Whereas this focus on continuous improvement has led to many changes over the years, a big jump occurred in 2005 when the school was permitted to offer the advanced, Saudi secondary curriculum called Muqararat. A second, even bigger, leap forward came in 2008 when the school was offered the opportunity to become accredited internationally to offer its own curriculum through all the levels. After completion of the accreditation process in 2009, the school shifted to its current dual language plan with a new curriculum, which is explained in the section on educational programs on the DAS website and summarized in its annual report. At that time, the secondary students were given the opportunity to choose between the Muararat program, in which science and math are given in Arabic, and the American Diploma Program, in which science and math are given in English. This shift was accompanied by a flurry of international consultants and training, international teachers, international textbooks, and other materials. At this time, the school is still working to incorporate the new approaches, materials and methods into both the English program and the Arabic program in order to have both moving forward together.

The history of DAS can be said to have entered a whole new era in 2008, the beginning of its second thirty years and the beginning of the international curriculum. It will take time for the school to make full use of the new opportunities open to it and its students. The school has been greatly encouraged when its students travel outside to participate in international science fairs, robotics competitions, Model United Nations, Global Issues Network and other events as it has allowed the school to benchmark their development against that of students in other countries. The learning from these opportunities has been very important for both the students and the teachers for guiding our decisions about next steps in the school. Similarly, the involvement and guidance of international consultants has helped us make better plans for future development.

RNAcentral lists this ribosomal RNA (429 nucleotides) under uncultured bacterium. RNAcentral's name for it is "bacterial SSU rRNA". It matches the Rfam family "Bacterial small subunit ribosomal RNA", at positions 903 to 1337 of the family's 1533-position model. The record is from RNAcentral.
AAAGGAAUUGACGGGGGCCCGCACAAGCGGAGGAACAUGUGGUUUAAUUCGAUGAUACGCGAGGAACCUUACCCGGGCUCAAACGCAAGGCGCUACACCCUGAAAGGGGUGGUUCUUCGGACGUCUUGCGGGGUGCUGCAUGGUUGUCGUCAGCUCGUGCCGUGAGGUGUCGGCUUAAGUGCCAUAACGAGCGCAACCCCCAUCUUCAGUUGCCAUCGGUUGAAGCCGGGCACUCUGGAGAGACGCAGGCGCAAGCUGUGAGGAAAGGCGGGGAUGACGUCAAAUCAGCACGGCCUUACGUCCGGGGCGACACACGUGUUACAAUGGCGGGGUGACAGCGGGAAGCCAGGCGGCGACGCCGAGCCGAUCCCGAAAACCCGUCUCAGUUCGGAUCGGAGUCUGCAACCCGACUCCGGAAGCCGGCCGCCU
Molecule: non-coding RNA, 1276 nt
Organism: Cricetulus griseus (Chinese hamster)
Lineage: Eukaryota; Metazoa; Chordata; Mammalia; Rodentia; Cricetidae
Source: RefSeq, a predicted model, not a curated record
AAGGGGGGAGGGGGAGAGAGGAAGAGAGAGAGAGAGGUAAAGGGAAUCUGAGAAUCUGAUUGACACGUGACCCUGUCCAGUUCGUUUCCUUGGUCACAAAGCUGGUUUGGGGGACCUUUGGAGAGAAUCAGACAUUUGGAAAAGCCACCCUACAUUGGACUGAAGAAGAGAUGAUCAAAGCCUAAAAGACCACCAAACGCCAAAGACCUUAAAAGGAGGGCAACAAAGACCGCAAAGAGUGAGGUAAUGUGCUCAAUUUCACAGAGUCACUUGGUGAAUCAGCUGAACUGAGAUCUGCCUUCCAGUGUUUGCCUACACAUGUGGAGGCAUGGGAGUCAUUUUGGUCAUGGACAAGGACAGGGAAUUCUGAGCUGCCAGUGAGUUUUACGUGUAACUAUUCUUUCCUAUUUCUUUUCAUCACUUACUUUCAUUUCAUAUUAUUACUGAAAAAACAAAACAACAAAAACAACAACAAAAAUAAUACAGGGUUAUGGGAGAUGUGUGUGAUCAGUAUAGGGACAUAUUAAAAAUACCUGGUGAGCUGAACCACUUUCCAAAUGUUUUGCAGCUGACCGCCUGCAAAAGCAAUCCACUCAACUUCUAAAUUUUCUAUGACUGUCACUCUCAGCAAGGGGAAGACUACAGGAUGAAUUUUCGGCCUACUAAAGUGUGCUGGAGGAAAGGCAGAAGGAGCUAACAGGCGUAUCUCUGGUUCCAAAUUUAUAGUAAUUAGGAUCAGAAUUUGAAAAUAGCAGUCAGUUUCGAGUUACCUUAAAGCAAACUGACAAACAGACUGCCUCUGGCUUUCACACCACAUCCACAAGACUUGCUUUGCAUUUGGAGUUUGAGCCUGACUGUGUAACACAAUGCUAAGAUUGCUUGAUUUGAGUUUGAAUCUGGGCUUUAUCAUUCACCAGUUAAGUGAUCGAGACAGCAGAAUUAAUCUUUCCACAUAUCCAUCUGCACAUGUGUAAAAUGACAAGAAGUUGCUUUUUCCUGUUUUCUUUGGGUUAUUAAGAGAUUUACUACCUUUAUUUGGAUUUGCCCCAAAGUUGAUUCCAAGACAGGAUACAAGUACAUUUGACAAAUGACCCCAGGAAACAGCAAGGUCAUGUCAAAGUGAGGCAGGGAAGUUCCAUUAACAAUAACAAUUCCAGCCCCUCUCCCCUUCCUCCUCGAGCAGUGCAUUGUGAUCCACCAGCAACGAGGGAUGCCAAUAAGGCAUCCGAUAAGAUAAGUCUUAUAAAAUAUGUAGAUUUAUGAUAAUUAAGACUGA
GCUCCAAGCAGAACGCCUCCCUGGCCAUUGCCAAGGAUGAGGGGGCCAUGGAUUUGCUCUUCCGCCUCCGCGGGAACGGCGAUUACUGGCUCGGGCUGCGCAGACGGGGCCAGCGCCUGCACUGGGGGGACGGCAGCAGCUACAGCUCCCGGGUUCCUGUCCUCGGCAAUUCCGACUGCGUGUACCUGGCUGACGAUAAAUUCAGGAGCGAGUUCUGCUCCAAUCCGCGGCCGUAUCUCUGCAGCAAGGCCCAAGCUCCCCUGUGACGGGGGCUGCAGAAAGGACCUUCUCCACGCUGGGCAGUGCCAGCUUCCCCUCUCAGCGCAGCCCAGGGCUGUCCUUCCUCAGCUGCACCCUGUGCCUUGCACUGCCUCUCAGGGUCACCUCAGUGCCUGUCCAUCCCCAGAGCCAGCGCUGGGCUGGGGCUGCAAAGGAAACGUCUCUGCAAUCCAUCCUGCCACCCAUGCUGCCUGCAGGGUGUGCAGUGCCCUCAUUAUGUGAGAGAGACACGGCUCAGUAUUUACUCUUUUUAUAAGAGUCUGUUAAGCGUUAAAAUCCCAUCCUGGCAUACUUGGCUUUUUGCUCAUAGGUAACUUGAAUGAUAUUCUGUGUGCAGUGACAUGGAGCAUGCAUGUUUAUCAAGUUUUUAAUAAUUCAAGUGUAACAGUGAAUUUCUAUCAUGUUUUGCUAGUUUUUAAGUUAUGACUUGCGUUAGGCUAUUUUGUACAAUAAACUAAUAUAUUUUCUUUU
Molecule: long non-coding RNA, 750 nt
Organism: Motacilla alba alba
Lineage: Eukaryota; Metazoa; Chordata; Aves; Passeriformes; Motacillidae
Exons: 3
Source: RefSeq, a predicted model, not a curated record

An important part of this new era is connected with our renewed work on developing ourselves as a professional learning community, focused on collaborating to enhance student learning through collective study of valid data and setting group action plans to achieve agreed-upon goals. Already in one year, we have seen excellent progress through the setting of school-wide SMART goals supported by team and personal SMART goals. A major expansion in the use of standardized tests and other kinds of valid results of learning has increased our ability to benefit from the data produced, improve our analysis of their meaning, and design more specific plans for meeting the challenges identified. Also, learning how to collaborate more effectively is helping us move forward faster.

As we continue to focus on continuous improvement, we will stand on the shoulders of the many committed educators who have dedicated themselves to DAS over these past thirty-six years. Their work has been essential to the development we see before us in this second thirty years of progress. We thank those who have helped in the past and offer our support to the new leaders of the future. Reaching the vision will never be easy but will always be the focus of the collaboration of the professional learning community that is Dhahran Ahliyya Schools.